1996 Ford Mustang Tracking down a short circuit

Tiny
THE MOO PROPHET
  • MEMBER
  • 1996 FORD MUSTANG
  • 6 CYL
  • 2WD
  • MANUAL
  • 120,000 MILES
I am working on a 1996 Ford Mustang, 3.8L V6, manual transmission. The power seats were non functional and the battery would be drained low enough to not start the engine after 24-48 hours. I found a bad power seat switch and replaced it, that problem is corrected.

I started checking the wiring out and this is where I am running into trouble. With the battery out, the ignition off, keys out, engine bay fuses oulled, and doors closed, I am seeing a few shorts to ground in the engine bay fuse box. The resistance between the fuses and ground is between 300 and 1500 ohms, and they are in the Interior Lamp fuse, the Audio fuse, and the Head Lamps fuse.

In the interior fuse panel I see similar shorts in fuses 6 (clock, anti-theft), 12 (Door locks), 14 (Power windows), 15 (Safety belt chime, gague cluster lighting), and 18 (Alternator warning light and EEC power relay coil).

I don't see any evidence of an accident, no pinched harnesses, no obviously burnt wiring. One headlamp socket was slightly melted around the ground wire on the lightbulb side.

Before I start tearing this thing completely apart to find a bad wire, I need to know if there are any common issues with the mustangs around this year, or if it is normal for these circuits to have some continuity with ground, or anything else to check.

One last thing, when I disconnect the main wiring harness in the driver's side wheel well through the firewall and a harness connector in the engine bay on the pass. Side, the shorts disappear in the engine bay fuse box, but, naturally, not the inside one.

I've got to sort out the electrical issues in this thing so I can drive it a couple of days and get all the other bugs worked out. I hate cars owned by teenagers and I HATE tracing wires.

So yeah, any particular wires/switched to check, etc etc whatever.
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Wednesday, November 10th, 2010 AT 7:56 PM

3 Replies

Tiny
CARADIODOC
  • EXPERT
Hi The Moo Prophet. Welcome to the forum. You're going about this in a way I've never heard of. Resistance readings are not a good way to troubleshoot these cars. 300 ohms is not a short, in fact, that would allow 40 milliamps of current to flow. Chrysler, (and other companies) say that at 35 ma, the engine will still start after sitting for three weeks. 35 ma. Is an industry-acceptable standard.

There is going to be a drain on the battery due to all of the insane computers' memory circuits. (That's how the radio maintains the radio presets and the clock, and the Engine Computer remembers its fuel trims).

It sounds to me like you already found the problem with the seat switch and your troubles are over. Are you searching for things you observed while looking for that original drain?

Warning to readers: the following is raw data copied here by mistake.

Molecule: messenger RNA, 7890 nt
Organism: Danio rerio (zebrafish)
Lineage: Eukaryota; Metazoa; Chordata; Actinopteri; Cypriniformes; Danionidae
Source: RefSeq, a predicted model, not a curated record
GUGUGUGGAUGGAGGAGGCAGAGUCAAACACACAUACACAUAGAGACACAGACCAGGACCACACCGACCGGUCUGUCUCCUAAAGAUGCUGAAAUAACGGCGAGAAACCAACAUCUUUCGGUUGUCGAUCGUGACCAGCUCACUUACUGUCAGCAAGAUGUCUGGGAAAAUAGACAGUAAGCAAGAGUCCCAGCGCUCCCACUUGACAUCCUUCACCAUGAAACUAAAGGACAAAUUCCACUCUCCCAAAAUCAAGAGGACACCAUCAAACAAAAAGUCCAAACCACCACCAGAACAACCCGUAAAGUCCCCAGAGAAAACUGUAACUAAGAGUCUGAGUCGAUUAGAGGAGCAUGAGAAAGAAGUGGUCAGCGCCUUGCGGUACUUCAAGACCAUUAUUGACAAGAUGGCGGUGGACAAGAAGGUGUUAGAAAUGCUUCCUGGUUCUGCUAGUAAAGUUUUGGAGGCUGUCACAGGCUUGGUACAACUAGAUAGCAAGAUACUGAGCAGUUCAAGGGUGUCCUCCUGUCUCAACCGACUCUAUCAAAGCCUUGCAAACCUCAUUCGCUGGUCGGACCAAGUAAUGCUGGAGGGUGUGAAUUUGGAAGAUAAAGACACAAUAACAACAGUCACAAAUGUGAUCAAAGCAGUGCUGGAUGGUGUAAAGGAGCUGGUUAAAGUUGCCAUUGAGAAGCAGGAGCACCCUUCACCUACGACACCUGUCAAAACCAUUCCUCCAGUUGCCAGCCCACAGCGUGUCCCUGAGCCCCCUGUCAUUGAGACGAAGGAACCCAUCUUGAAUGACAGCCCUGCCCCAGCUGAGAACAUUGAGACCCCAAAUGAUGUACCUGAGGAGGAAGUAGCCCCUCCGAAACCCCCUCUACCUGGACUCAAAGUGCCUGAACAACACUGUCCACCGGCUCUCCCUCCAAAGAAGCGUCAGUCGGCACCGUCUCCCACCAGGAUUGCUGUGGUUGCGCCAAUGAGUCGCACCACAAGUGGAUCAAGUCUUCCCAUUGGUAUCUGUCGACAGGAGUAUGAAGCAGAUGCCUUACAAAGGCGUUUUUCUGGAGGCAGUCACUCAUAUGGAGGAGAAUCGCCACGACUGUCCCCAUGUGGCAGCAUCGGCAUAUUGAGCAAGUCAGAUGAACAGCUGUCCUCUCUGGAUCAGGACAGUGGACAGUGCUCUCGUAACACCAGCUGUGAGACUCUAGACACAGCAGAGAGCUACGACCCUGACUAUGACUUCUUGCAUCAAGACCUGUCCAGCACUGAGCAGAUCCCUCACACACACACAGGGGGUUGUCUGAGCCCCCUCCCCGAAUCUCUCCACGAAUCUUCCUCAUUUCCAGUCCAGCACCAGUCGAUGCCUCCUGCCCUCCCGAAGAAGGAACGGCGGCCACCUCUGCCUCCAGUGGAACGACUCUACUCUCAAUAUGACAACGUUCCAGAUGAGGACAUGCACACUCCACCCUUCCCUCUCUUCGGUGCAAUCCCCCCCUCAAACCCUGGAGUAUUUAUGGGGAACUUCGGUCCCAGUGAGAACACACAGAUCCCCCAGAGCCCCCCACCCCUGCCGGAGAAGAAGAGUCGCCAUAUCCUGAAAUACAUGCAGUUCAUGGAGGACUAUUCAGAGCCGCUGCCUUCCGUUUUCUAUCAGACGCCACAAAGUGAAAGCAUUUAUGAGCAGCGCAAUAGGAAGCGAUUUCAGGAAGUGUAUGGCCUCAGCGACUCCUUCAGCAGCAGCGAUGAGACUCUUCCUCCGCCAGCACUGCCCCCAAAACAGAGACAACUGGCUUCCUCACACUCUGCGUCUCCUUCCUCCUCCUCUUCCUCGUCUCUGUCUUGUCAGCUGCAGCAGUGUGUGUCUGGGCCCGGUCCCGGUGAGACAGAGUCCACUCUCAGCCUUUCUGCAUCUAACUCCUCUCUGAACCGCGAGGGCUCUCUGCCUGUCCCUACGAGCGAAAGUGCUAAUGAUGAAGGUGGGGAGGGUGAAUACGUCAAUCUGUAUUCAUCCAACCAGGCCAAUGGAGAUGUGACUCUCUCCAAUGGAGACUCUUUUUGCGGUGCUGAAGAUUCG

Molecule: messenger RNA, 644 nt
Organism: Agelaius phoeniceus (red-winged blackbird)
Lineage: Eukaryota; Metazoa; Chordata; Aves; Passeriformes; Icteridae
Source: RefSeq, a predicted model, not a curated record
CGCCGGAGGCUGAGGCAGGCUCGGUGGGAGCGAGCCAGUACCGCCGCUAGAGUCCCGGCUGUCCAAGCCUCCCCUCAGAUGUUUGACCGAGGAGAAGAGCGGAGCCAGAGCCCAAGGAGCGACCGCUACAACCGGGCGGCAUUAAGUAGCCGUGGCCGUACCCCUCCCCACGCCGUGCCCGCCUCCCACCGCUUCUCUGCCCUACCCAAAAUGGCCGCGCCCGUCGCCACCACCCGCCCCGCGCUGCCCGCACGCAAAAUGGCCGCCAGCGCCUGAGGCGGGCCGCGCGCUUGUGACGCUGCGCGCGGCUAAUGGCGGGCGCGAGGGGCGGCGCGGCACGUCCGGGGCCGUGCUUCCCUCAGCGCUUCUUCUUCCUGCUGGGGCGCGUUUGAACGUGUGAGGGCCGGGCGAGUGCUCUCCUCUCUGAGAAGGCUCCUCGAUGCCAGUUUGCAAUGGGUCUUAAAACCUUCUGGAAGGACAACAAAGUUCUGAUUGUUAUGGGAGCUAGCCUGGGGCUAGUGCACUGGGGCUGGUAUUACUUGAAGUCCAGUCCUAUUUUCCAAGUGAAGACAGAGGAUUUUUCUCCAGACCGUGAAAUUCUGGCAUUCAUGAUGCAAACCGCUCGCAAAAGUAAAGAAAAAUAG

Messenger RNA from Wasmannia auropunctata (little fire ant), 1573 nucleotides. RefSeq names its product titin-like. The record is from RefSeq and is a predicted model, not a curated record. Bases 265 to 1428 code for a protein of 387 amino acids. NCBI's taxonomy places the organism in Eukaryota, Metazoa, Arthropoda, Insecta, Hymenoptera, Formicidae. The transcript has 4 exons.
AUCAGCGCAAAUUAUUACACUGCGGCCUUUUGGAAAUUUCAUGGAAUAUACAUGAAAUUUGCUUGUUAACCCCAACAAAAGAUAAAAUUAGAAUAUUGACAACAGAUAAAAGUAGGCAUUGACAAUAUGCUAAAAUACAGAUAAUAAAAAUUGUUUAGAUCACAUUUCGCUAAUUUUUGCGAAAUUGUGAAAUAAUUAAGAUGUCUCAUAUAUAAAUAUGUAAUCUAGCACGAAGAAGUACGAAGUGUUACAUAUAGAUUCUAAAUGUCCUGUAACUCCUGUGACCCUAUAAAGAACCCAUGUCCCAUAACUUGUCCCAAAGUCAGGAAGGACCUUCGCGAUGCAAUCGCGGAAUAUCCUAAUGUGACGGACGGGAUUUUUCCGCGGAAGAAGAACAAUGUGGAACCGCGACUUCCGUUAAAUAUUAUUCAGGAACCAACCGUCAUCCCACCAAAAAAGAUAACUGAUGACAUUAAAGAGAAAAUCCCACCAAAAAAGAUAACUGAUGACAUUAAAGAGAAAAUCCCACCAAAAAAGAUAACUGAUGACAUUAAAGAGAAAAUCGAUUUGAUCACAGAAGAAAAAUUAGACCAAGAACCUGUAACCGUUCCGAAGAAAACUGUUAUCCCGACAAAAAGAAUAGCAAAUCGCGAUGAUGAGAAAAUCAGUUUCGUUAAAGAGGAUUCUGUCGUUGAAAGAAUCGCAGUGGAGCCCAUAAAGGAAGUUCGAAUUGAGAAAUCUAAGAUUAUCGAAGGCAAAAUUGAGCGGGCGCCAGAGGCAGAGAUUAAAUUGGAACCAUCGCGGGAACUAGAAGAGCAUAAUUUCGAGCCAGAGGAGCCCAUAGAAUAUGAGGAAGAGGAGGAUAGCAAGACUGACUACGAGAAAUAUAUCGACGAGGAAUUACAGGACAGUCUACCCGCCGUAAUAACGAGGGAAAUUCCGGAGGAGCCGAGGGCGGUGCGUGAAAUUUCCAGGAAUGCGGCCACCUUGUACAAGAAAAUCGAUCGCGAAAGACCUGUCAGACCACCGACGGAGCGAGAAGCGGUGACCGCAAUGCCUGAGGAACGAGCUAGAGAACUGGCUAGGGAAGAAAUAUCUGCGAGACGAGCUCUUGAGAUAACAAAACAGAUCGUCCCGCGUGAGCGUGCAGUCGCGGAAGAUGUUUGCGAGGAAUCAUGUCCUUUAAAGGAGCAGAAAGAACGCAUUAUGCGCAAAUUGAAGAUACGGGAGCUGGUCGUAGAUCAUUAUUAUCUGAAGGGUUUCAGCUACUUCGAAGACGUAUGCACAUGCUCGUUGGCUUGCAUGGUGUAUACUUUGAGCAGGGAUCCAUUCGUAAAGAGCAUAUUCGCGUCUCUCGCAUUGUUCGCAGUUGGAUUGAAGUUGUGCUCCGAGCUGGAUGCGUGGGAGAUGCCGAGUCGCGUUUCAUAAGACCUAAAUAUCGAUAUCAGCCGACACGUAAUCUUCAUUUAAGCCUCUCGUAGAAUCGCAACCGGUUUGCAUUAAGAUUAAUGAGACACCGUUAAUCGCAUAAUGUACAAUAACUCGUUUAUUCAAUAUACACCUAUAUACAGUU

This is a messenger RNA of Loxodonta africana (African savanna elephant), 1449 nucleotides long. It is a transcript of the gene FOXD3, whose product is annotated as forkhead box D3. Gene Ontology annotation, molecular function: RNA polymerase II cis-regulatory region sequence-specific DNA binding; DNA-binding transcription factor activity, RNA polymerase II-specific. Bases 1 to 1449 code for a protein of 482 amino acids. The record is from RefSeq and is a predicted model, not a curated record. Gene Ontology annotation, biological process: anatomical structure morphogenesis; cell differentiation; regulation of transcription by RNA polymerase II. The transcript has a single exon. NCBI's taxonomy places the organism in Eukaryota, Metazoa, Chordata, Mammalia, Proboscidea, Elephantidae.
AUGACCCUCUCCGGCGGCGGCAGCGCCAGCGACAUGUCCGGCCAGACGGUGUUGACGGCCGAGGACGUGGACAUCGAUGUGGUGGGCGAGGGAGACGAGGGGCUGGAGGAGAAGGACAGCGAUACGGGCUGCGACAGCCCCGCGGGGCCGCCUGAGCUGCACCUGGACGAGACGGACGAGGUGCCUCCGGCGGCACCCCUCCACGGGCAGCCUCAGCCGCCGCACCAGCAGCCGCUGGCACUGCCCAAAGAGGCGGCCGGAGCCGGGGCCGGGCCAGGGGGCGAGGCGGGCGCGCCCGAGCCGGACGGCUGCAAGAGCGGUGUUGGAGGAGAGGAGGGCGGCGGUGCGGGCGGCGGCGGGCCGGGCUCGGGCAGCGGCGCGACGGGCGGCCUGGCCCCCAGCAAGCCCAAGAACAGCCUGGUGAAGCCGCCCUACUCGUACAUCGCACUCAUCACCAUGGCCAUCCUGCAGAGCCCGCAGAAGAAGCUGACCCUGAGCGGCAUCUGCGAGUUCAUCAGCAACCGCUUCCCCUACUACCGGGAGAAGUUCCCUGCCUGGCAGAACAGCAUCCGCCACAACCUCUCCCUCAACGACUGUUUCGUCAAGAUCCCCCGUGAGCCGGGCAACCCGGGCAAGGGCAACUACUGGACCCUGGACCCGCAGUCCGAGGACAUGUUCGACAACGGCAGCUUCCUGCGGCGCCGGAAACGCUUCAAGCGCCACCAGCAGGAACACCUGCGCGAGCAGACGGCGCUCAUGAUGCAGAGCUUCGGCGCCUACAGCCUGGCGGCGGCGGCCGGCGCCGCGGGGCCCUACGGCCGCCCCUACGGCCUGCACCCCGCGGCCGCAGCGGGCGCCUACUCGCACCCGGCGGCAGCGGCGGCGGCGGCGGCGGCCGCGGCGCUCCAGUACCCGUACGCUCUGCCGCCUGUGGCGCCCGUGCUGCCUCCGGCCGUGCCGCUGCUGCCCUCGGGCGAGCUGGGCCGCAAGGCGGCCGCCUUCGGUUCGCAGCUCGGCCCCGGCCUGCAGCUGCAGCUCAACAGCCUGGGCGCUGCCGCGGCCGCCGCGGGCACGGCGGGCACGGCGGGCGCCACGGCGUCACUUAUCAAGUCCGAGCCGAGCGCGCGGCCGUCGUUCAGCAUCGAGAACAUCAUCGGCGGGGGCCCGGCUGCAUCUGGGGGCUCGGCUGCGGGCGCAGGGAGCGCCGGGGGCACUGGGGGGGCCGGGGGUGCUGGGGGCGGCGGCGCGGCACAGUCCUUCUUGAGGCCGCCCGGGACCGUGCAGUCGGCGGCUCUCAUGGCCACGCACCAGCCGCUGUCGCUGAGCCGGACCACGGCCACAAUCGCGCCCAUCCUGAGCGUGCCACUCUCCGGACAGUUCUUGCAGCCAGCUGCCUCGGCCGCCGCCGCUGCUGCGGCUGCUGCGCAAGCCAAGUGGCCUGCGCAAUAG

Caradiodoc
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Wednesday, November 10th, 2010 AT 8:10 PM
Tiny
THE MOO PROPHET
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Thanks, doc, I had forgotten about ohm's law. All I had around the shop was an ohmmeter. I'll check the actual amp draw tomorrow
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Wednesday, November 10th, 2010 AT 9:33 PM
Tiny
CARADIODOC
  • EXPERT
There's issues with that approach now too. Do you still think you have a problem?

Since the early to mid '90s many manufacturers are using various computers that have to go to "sleep" mode, typically 15 - 20 minutes after stopping the engine. During that time they can draw as much as 3 amps. That will pop the two amp fuses commonly used in a lot of digital DVOMs. If you start out on the 10 amp scale, then switch to the two amp scale later, the momentary break in the connection starts the 20 minute cycle all over again.

If this is what you run into, set your meter on the 2 amp scale, remove the battery cable, connect the battery and cable together with a clip lead, then connect the meter between the battery and cable. After about a half hour you can disconnect the clip lead. The computers should stay off and the meter will read the current drain. If you have to move the meter to a lower scale, connect the clip lead first so you never have an open circuit. That will prevent the computers from waking up and popping meter fuses.

The meter range switches are "break-before-make" meaning they break the connection from one scale before they make the connection to the next scale as you turn it. That is enough to wake up some computers.

Caradiodoc
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Thursday, November 11th, 2010 AT 12:38 AM

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